More than halfway through its 1st season, the women's soccer league lags in TV ratings but attendance is better than expected.
By BRUCE LOWITT
© St. Petersburg Times, published July 13, 2001
With stars, spectators and a media-savvy structure, the Women's United Soccer Association is getting a kick out of its inaugural season.
The stars, starting with Mia Hamm and Brandi Chastain, include every member of the 1999 women's U.S. World Cup champion team -- except for Michelle Akers, recovering from shoulder surgery. They played with one another for years, and many will again. But for now they wear different uniforms.
And it doesn't feel that strange, Boston midfielder Kristine Lilly said. "The thing people don't realize is that we already played against each other every day in practice. And we are very competitive."
The WUSA also has Dagny Mellgren and Hege Riise from Norway's 2000 Olympic champion team (Mellgren's goal beat the United States in the gold-medal match), and stars from China, Brazil and elsewhere. "I didn't think we'd get all the international stars we got," said chief operations officer Tony DiCicco, former coach of the U.S. women's national team. "That's kind of exceeded my expectations."
And the spectators are holding up their end. The WUSA is shooting for a break-even attendance average of 7,500. It started out with a bang (34,148 fans at the league's April 14 opener in Washington) and has settled down to an average of 8,731. By comparison, the average attendance for Major League Soccer -- the men's league, in its sixth season -- is 15,347.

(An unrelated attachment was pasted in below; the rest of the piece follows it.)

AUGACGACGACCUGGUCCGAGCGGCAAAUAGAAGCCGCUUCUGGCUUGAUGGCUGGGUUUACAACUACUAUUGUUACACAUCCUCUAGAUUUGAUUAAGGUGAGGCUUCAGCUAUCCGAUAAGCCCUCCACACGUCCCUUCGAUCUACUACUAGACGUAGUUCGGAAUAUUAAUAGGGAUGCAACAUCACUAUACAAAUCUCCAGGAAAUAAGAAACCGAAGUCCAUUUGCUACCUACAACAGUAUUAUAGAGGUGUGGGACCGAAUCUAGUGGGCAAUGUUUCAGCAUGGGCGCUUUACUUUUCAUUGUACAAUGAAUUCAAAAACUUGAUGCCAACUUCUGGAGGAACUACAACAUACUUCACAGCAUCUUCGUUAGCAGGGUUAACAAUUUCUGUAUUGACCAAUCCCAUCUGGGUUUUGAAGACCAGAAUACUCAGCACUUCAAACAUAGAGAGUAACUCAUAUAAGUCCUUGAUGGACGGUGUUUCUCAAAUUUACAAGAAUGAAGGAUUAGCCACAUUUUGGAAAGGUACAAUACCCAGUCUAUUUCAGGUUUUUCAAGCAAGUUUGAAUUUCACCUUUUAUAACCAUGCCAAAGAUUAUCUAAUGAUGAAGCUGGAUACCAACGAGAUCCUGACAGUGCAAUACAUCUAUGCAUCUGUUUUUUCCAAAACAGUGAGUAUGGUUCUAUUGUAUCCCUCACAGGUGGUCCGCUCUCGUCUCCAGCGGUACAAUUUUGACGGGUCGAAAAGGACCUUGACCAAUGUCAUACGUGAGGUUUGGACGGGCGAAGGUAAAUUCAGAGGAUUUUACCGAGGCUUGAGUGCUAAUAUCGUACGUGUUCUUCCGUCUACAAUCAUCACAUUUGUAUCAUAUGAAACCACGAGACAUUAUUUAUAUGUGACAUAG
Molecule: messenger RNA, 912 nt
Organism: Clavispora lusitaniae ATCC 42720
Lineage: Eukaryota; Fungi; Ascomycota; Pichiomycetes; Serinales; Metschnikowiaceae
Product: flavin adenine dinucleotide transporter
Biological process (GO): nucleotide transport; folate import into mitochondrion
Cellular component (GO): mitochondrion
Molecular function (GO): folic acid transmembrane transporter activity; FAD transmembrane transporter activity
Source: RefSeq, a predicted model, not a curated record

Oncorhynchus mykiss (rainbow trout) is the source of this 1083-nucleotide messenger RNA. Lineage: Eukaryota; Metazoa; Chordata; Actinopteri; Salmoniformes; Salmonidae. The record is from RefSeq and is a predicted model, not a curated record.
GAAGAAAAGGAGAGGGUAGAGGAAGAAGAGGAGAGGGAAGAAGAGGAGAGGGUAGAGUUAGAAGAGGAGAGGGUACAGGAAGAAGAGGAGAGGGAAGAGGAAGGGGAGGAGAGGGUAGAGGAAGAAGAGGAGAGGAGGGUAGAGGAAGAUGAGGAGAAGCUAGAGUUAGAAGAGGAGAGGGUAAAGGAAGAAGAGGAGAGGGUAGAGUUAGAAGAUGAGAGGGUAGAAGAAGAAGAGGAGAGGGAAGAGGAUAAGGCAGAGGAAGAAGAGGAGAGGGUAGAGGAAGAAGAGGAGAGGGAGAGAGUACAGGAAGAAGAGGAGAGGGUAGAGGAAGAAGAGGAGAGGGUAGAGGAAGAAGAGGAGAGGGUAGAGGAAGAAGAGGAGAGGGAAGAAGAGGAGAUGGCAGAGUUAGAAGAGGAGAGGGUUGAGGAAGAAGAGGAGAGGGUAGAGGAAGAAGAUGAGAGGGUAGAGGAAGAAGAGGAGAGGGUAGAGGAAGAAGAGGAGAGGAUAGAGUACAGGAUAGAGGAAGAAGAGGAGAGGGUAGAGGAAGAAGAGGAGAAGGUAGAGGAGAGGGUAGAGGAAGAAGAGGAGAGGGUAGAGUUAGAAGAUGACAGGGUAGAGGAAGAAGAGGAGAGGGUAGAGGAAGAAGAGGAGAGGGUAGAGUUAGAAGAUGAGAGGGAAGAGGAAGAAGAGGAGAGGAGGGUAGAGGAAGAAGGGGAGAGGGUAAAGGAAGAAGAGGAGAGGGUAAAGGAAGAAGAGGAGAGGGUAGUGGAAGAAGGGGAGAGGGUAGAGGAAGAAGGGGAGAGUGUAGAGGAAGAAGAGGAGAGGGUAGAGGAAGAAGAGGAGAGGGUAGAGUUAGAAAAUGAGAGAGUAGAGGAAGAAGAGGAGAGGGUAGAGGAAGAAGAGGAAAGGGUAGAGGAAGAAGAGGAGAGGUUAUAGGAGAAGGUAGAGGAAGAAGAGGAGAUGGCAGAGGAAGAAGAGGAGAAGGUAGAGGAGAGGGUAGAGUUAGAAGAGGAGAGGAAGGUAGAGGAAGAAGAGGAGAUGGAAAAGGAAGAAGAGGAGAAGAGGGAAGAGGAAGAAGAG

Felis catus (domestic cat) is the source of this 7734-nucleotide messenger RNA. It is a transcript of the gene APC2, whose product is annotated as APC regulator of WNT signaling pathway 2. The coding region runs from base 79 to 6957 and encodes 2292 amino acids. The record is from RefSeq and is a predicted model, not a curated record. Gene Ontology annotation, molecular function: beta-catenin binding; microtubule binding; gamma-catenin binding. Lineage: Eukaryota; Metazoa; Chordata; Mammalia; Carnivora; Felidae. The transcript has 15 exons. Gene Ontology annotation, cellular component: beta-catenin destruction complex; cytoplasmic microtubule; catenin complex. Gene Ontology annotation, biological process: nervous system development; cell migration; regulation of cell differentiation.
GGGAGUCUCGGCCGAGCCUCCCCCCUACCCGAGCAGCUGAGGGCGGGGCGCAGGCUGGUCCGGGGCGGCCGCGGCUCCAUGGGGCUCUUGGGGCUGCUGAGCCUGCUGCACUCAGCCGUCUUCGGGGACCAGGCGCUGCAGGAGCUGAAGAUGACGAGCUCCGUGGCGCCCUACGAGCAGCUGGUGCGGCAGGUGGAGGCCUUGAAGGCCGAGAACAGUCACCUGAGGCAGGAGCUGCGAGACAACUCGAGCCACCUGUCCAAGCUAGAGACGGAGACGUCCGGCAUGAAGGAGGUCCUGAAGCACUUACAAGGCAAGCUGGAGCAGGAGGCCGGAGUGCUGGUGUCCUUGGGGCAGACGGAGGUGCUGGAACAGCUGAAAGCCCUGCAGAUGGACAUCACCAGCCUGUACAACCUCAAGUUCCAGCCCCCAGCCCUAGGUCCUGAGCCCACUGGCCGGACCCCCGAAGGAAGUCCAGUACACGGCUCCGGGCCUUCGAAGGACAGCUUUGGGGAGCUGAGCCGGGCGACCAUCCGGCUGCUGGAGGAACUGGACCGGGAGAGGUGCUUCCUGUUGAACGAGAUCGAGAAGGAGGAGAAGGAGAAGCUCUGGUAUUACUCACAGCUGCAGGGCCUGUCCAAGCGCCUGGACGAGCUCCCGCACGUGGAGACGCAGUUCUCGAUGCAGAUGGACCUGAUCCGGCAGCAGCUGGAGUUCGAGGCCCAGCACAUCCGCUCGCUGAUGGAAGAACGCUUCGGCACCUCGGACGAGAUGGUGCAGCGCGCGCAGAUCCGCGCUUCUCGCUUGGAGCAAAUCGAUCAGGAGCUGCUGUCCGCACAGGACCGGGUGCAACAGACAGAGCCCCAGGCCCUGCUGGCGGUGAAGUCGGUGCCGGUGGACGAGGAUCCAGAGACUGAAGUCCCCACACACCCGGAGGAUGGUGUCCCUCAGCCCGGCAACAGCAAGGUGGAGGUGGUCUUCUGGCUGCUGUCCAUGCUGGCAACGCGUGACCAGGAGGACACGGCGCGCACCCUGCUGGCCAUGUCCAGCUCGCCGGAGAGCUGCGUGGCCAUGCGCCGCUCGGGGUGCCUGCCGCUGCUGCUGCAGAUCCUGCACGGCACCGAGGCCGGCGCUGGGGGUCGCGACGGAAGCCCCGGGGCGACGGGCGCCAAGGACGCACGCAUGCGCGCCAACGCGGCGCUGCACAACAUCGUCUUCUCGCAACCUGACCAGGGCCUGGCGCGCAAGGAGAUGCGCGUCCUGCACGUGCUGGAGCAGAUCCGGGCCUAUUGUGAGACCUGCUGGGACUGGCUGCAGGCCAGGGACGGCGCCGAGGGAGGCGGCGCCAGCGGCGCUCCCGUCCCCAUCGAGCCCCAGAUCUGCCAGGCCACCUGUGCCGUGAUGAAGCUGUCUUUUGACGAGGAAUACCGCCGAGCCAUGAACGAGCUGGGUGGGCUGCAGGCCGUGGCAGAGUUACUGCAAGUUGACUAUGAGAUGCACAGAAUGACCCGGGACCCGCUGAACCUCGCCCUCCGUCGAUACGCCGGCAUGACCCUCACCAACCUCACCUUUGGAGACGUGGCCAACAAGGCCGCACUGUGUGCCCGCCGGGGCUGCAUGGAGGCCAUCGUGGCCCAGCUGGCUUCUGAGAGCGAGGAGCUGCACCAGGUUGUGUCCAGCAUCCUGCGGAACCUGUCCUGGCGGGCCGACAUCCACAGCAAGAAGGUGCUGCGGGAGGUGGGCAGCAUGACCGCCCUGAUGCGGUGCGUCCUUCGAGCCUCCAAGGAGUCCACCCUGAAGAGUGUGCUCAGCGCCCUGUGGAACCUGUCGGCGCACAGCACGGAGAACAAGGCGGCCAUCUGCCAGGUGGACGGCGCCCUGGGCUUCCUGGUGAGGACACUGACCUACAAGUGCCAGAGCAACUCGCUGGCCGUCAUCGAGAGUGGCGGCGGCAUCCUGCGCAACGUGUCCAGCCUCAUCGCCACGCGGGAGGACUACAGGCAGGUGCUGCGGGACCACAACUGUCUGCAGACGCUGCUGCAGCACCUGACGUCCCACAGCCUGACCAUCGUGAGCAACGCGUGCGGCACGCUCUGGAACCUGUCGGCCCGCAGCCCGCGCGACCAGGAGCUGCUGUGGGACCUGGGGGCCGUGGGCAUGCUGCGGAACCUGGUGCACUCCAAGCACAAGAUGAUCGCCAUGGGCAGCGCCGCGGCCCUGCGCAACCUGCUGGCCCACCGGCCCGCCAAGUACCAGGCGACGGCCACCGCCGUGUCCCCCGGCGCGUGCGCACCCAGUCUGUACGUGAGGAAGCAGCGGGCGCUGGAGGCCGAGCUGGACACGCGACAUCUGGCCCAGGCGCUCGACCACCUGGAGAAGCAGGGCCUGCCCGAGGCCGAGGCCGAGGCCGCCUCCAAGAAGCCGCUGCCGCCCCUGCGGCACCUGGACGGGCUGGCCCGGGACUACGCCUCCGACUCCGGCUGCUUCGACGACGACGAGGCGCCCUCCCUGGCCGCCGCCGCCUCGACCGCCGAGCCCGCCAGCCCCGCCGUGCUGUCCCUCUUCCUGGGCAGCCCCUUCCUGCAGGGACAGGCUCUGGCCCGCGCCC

It might be too soon for serious rivalries to have developed, although the (San Francisco) Bay Area CyberRays and New York Power, 2,900 miles apart, began disliking each other after a particularly physical exhibition game.
And rivalries or not, make no mistake: Fans are coming out to cheer for their team.
"I remember when Carolina played the (Washington) Freedom," said Kit Simeone, national consultant for grassroots marketing of the 1999 Women's World Cup and the eight-team WUSA. "At the beginning there were a lot of little kids all screaming, "Mia! Mia!' But as the game progressed they started yelling for the Courage. They understood that they have their own team to cheer for."
And WUSA players who, unlike World Cup stars, never had this kind of following, are immersing themselves in it.